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By:  Mark Flapan, Ph.D.

It’s one thing to accept that you have PXE, it’s something else again to accept yourself as a person with it. If you can, you won’t suffer from the distressful feelings that commonly accompany a chronic illness such as guilt and shame, self-pity, and self-blame, hurt and anger as well as feeling unlovable and undesirable.

What can you do that might help you accept yourself as a person with PXE? You can, among other things, pursue an interest or commit yourself to a life purpose. This can be helpful for several reasons. For one, an interest or life purpose may take the place of what you’ve had to give up because of your illness. For another, the more that matters to you outside of yourself, the less consumed you’re likely to be with what goes on inside yourself. Then, as you come to value yourself for what you do or what you give, it becomes easier to accept yourself as a person with PXE regardless of its physical effects.

The interest you pursue can be something you always wanted to do, to learn, or to accomplish but have put off for one reason or another. It may not be your life-long dream but it can add meaning to your life just the same.

Even more helpful than pursuing an interest, is to commit yourself to a life-purpose over and above that of taking physical care of yourself. A life-purpose can be to try to make some small difference in the world in which you live. There may be a social cause you believe in but have done little if anything about. If your life purpose involves helping other people, the gratitude and appreciation you’ll get, will, without question, enhance your self-feeling and make it easier to accept and value yourself as a person with PXE.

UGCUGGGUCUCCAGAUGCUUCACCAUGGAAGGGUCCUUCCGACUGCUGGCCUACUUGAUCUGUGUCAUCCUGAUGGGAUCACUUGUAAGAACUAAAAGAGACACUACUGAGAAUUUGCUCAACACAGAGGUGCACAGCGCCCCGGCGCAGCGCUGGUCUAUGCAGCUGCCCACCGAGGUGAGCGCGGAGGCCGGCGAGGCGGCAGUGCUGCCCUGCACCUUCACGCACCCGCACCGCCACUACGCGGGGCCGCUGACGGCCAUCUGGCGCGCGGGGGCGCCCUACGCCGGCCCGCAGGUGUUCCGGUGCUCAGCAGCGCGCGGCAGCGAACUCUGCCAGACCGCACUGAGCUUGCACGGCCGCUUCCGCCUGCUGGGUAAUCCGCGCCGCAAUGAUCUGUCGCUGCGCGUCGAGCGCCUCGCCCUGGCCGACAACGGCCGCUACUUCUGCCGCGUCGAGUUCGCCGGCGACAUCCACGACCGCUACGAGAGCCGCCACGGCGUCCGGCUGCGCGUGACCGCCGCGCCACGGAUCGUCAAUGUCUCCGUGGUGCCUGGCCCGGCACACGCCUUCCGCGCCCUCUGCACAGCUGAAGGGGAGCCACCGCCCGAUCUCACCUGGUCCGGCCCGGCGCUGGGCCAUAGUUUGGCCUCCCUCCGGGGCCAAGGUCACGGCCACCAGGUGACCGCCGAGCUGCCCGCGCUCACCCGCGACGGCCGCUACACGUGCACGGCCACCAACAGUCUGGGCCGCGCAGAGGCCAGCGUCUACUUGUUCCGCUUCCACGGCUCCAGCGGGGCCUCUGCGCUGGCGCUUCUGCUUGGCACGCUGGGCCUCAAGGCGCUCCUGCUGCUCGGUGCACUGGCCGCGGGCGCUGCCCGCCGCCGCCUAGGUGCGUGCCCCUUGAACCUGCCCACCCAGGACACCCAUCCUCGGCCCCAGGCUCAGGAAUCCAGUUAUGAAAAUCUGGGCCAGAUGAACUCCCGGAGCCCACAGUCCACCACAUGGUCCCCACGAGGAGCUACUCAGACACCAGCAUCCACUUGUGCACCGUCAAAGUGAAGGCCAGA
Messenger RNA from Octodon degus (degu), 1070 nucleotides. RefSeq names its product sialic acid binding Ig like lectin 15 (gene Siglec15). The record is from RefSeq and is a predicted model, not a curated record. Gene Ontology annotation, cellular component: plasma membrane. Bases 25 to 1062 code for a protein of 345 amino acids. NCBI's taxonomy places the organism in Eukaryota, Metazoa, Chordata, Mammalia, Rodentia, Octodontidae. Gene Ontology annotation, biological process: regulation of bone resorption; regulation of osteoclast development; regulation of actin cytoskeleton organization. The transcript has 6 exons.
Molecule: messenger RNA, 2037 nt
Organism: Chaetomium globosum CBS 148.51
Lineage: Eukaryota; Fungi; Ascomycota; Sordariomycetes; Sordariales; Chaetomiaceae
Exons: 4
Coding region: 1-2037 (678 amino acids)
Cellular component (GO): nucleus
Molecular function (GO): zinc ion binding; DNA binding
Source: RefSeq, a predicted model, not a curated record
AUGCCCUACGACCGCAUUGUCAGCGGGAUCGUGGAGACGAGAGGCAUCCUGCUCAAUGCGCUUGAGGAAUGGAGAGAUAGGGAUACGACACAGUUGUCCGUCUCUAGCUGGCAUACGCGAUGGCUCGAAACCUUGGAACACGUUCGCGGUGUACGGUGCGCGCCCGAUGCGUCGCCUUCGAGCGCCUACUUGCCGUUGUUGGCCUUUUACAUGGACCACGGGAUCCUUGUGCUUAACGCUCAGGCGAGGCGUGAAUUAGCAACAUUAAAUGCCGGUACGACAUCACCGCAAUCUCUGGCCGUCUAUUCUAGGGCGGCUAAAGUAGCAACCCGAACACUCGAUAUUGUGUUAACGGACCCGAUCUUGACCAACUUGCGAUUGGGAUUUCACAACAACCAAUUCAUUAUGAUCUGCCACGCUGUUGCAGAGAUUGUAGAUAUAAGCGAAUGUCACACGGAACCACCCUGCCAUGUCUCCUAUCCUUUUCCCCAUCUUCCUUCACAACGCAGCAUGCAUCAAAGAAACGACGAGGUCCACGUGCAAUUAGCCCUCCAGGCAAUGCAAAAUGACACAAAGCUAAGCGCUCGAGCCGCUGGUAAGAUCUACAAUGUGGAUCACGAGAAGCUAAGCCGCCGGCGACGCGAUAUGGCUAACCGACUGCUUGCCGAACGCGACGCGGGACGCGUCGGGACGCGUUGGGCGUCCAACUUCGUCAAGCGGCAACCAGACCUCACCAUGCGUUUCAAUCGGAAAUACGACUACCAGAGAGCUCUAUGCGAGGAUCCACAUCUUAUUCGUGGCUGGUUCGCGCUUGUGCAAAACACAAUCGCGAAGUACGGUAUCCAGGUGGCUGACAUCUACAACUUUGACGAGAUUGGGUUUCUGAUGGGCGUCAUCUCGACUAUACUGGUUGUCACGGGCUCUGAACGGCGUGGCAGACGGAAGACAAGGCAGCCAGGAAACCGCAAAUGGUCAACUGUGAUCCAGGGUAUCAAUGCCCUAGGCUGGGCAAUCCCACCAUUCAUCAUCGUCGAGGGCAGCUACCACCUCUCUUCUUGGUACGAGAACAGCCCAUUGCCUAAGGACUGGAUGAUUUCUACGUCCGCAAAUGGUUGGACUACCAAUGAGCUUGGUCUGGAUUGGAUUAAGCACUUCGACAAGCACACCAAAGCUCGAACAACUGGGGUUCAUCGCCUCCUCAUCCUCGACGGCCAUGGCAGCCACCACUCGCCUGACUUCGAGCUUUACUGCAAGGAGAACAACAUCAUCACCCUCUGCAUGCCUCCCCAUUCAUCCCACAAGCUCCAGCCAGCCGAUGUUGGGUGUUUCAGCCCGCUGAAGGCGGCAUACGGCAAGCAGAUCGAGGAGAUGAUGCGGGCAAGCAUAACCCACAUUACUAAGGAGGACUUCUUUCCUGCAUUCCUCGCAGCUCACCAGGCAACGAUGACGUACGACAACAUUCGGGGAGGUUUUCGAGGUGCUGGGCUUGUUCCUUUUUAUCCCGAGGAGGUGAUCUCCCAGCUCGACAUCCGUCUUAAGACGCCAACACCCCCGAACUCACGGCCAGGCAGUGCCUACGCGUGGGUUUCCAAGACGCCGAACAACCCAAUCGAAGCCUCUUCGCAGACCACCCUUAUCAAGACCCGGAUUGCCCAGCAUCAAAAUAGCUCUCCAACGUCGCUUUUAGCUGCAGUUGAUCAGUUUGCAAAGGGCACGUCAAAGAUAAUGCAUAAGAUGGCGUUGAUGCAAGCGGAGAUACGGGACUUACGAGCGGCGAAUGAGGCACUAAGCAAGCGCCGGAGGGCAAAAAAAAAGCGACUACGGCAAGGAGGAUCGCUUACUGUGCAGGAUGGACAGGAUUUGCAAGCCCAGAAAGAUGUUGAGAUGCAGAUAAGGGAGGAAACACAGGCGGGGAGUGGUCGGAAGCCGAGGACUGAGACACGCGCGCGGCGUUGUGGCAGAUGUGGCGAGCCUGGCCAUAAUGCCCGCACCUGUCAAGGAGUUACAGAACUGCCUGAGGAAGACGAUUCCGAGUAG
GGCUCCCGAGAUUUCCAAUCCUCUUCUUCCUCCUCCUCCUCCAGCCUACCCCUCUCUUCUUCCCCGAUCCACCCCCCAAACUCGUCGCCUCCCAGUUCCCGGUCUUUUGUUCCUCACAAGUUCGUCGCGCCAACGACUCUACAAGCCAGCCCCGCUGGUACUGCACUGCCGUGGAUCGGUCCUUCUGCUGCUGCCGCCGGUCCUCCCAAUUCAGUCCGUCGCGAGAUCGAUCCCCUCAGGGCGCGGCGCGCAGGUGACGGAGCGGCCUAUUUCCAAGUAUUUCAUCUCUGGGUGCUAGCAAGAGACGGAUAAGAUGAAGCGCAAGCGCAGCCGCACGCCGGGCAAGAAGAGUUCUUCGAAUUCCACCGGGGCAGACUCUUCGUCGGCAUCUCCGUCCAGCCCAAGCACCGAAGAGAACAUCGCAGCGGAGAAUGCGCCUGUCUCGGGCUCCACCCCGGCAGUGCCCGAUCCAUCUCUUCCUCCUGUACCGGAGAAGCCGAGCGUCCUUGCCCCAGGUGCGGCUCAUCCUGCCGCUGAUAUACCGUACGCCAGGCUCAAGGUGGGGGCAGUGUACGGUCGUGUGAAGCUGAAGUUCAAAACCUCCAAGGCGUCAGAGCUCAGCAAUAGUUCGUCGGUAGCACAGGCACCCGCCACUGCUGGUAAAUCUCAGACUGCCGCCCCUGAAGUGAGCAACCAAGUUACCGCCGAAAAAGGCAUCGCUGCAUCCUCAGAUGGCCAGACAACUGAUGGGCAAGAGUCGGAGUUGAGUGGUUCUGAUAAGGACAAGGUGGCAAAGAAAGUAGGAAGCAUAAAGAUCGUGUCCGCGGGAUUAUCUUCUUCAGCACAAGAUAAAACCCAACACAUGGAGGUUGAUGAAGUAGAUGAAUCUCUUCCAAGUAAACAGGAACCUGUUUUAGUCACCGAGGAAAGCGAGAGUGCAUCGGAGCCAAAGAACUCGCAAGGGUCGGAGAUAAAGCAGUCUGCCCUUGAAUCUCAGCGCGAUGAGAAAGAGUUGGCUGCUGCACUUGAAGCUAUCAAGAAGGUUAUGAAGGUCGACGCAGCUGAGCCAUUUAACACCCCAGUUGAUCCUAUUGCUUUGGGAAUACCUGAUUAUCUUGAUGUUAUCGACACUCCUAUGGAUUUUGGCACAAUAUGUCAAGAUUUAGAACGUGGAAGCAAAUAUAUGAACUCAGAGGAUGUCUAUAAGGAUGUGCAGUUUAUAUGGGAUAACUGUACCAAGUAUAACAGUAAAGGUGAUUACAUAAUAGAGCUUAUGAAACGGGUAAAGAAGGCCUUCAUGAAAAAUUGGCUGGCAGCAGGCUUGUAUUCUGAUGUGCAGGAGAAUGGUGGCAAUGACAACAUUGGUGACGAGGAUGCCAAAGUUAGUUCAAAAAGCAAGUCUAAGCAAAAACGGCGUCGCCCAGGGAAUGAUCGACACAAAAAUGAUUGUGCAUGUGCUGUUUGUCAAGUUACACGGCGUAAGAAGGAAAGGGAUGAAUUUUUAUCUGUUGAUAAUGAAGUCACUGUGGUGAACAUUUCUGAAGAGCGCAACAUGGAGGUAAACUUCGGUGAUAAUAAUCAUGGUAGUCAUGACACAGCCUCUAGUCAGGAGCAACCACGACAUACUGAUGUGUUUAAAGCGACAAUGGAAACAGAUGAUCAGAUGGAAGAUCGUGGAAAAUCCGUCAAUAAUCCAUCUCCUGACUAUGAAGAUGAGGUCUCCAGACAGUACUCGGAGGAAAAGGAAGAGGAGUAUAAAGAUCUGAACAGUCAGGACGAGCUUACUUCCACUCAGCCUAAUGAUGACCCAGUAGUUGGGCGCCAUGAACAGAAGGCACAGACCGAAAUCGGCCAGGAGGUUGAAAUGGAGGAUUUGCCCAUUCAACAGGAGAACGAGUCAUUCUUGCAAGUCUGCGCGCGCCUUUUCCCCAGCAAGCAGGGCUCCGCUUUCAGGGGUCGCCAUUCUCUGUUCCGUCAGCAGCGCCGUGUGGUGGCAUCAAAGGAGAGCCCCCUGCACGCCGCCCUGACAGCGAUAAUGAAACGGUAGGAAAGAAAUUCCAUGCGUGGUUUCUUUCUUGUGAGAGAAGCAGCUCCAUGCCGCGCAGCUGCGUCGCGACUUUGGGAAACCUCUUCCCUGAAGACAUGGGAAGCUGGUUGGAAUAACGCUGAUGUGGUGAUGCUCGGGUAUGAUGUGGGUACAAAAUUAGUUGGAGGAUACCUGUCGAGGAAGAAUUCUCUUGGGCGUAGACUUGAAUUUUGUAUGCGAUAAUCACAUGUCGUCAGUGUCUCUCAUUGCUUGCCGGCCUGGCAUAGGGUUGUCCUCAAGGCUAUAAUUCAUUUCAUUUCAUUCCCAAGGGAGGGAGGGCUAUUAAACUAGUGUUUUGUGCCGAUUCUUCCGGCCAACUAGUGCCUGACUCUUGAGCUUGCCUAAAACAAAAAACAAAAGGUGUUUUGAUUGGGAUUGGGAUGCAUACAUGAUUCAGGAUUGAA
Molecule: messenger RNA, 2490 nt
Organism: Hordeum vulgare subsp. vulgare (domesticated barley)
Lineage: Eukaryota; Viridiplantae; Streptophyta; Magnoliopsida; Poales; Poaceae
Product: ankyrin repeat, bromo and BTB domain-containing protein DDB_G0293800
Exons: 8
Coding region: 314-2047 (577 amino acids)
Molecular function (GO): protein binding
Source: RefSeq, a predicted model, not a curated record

There may be someone in your life to whom you have a special meaning. Someone whose life would be diminished if it weren’t for you. Someone who needs you and loves you. If this is the case, you have a unique life purpose that no one but you can fulfill. Even if there is no such person in your life, there may be others to whom you can give something emotionally.

But you may feel your illness has so limited you, you don’t have much to give. This may be the case when it comes to doing things for others physically but it doesn’t have to be the case when it comes to giving to others emotionally.

You may, in fact, have more to give emotionally than you realize. As it happens, the experiences you have in living with your illness can increase your ability to relate to others in more understanding, feelingful, and compassionate ways than you could otherwise. This is because you know what anguish is like. You know what it is like growing up different. You know what it is like to see your body change before your eyes and your eyes change as well. You know what it’s like to have to depend on others to do things for you or take care of you. You know what it’s like to feel confused about who you are as a person. You know what it’s like to feel alone with all that goes on inside you both physically and emotionally. And you know what it’s like to live with an uncertain future.

As it happens, your value to your husband or wife, to your children or grandchildren, to your friends or to anyone you care about and who cares about you is not what you do for them physically but what  you give to them emotionally. And what you can give to others emotionally, even with your illness, is your attention, your understanding, your concern, your affection, your love and as important as anything else, your appreciation for what they do for you.

There’s no question that anything you do for someone in particular or for a social cause in general will enhance your value in your own eyes and make it easier for you to accept and value yourself as a person with PXE.

By:  Mark Flapan, Ph.D. 3:4 (Fall 1995)